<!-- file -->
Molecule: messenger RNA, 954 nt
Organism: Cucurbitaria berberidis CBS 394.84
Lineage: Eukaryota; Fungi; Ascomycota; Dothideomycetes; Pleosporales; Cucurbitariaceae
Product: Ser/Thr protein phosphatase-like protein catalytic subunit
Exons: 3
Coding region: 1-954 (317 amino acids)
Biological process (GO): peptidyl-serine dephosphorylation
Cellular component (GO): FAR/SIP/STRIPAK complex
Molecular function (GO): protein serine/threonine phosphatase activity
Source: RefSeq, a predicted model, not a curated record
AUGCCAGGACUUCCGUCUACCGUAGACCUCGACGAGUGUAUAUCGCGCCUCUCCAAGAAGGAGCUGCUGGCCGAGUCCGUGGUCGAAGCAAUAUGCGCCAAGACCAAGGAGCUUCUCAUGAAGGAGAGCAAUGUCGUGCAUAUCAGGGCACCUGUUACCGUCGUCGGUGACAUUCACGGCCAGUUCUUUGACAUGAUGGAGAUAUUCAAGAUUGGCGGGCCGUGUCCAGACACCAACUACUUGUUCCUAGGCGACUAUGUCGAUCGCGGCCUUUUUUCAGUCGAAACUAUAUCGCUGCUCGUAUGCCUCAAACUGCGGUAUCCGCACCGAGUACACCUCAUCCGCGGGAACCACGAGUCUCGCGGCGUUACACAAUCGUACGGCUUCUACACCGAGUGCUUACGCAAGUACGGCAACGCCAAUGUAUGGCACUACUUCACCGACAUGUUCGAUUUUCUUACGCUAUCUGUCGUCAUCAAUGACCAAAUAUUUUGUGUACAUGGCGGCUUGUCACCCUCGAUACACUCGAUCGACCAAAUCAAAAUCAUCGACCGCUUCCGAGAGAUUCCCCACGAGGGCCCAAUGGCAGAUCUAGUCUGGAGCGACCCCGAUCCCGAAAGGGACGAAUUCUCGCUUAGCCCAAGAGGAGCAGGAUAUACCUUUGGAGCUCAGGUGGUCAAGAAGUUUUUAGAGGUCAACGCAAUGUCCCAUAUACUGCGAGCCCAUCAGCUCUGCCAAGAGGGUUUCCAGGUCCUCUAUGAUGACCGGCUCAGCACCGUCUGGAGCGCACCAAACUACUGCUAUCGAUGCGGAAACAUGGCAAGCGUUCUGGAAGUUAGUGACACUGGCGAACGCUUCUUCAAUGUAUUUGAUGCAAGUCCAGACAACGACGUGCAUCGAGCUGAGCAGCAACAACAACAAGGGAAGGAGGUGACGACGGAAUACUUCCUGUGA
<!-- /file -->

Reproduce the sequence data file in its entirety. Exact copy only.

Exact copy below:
Molecule: messenger RNA, 954 nt
Organism: Cucurbitaria berberidis CBS 394.84
Lineage: Eukaryota; Fungi; Ascomycota; Dothideomycetes; Pleosporales; Cucurbitariaceae
Product: Ser/Thr protein phosphatase-like protein catalytic subunit
Exons: 3
Coding region: 1-954 (317 amino acids)
Biological process (GO): peptidyl-serine dephosphorylation
Cellular component (GO): FAR/SIP/STRIPAK complex
Molecular function (GO): protein serine/threonine phosphatase activity
Source: RefSeq, a predicted model, not a curated record
AUGCCAGGACUUCCGUCUACCGUAGACCUCGACGAGUGUAUAUCGCGCCUCUCCAAGAAGGAGCUGCUGGCCGAGUCCGUGGUCGAAGCAAUAUGCGCCAAGACCAAGGAGCUUCUCAUGAAGGAGAGCAAUGUCGUGCAUAUCAGGGCACCUGUUACCGUCGUCGGUGACAUUCACGGCCAGUUCUUUGACAUGAUGGAGAUAUUCAAGAUUGGCGGGCCGUGUCCAGACACCAACUACUUGUUCCUAGGCGACUAUGUCGAUCGCGGCCUUUUUUCAGUCGAAACUAUAUCGCUGCUCGUAUGCCUCAAACUGCGGUAUCCGCACCGAGUACACCUCAUCCGCGGGAACCACGAGUCUCGCGGCGUUACACAAUCGUACGGCUUCUACACCGAGUGCUUACGCAAGUACGGCAACGCCAAUGUAUGGCACUACUUCACCGACAUGUUCGAUUUUCUUACGCUAUCUGUCGUCAUCAAUGACCAAAUAUUUUGUGUACAUGGCGGCUUGUCACCCUCGAUACACUCGAUCGACCAAAUCAAAAUCAUCGACCGCUUCCGAGAGAUUCCCCACGAGGGCCCAAUGGCAGAUCUAGUCUGGAGCGACCCCGAUCCCGAAAGGGACGAAUUCUCGCUUAGCCCAAGAGGAGCAGGAUAUACCUUUGGAGCUCAGGUGGUCAAGAAGUUUUUAGAGGUCAACGCAAUGUCCCAUAUACUGCGAGCCCAUCAGCUCUGCCAAGAGGGUUUCCAGGUCCUCUAUGAUGACCGGCUCAGCACCGUCUGGAGCGCACCAAACUACUGCUAUCGAUGCGGAAACAUGGCAAGCGUUCUGGAAGUUAGUGACACUGGCGAACGCUUCUUCAAUGUAUUUGAUGCAAGUCCAGACAACGACGUGCAUCGAGCUGAGCAGCAACAACAACAAGGGAAGGAGGUGACGACGGAAUACUUCCUGUGA